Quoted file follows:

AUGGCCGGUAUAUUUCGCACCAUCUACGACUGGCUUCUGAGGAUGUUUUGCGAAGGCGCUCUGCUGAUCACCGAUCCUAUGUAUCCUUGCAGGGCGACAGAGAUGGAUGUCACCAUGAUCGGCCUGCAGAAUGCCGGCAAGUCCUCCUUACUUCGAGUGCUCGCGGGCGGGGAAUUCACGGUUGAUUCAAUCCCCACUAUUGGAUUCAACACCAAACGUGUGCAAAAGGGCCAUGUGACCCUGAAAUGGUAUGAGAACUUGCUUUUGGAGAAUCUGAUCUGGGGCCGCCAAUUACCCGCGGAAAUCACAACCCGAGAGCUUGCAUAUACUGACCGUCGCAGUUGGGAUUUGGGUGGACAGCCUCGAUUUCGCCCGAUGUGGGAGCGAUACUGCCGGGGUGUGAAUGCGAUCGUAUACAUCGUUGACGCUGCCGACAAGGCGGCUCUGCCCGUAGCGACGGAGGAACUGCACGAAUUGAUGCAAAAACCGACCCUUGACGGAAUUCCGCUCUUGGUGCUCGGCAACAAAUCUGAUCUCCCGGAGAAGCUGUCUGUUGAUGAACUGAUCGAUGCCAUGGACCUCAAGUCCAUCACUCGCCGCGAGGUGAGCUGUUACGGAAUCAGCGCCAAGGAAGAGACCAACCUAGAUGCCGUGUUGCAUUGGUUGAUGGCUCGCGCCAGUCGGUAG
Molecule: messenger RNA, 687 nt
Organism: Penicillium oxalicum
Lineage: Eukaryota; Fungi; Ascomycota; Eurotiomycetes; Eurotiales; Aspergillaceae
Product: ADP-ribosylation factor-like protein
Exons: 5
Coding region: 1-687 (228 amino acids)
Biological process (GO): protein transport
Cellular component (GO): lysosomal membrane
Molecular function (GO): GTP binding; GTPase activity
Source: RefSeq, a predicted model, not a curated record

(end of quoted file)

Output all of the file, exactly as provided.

AUGGCCGGUAUAUUUCGCACCAUCUACGACUGGCUUCUGAGGAUGUUUUGCGAAGGCGCUCUGCUGAUCACCGAUCCUAUGUAUCCUUGCAGGGCGACAGAGAUGGAUGUCACCAUGAUCGGCCUGCAGAAUGCCGGCAAGUCCUCCUUACUUCGAGUGCUCGCGGGCGGGGAAUUCACGGUUGAUUCAAUCCCCACUAUUGGAUUCAACACCAAACGUGUGCAAAAGGGCCAUGUGACCCUGAAAUGGUAUGAGAACUUGCUUUUGGAGAAUCUGAUCUGGGGCCGCCAAUUACCCGCGGAAAUCACAACCCGAGAGCUUGCAUAUACUGACCGUCGCAGUUGGGAUUUGGGUGGACAGCCUCGAUUUCGCCCGAUGUGGGAGCGAUACUGCCGGGGUGUGAAUGCGAUCGUAUACAUCGUUGACGCUGCCGACAAGGCGGCUCUGCCCGUAGCGACGGAGGAACUGCACGAAUUGAUGCAAAAACCGACCCUUGACGGAAUUCCGCUCUUGGUGCUCGGCAACAAAUCUGAUCUCCCGGAGAAGCUGUCUGUUGAUGAACUGAUCGAUGCCAUGGACCUCAAGUCCAUCACUCGCCGCGAGGUGAGCUGUUACGGAAUCAGCGCCAAGGAAGAGACCAACCUAGAUGCCGUGUUGCAUUGGUUGAUGGCUCGCGCCAGUCGGUAG
Molecule: messenger RNA, 687 nt
Organism: Penicillium oxalicum
Lineage: Eukaryota; Fungi; Ascomycota; Eurotiomycetes; Eurotiales; Aspergillaceae
Product: ADP-ribosylation factor-like protein
Exons: 5
Coding region: 1-687 (228 amino acids)
Biological process (GO): protein transport
Cellular component (GO): lysosomal membrane
Molecular function (GO): GTP binding; GTPase activity
Source: RefSeq, a predicted model, not a curated record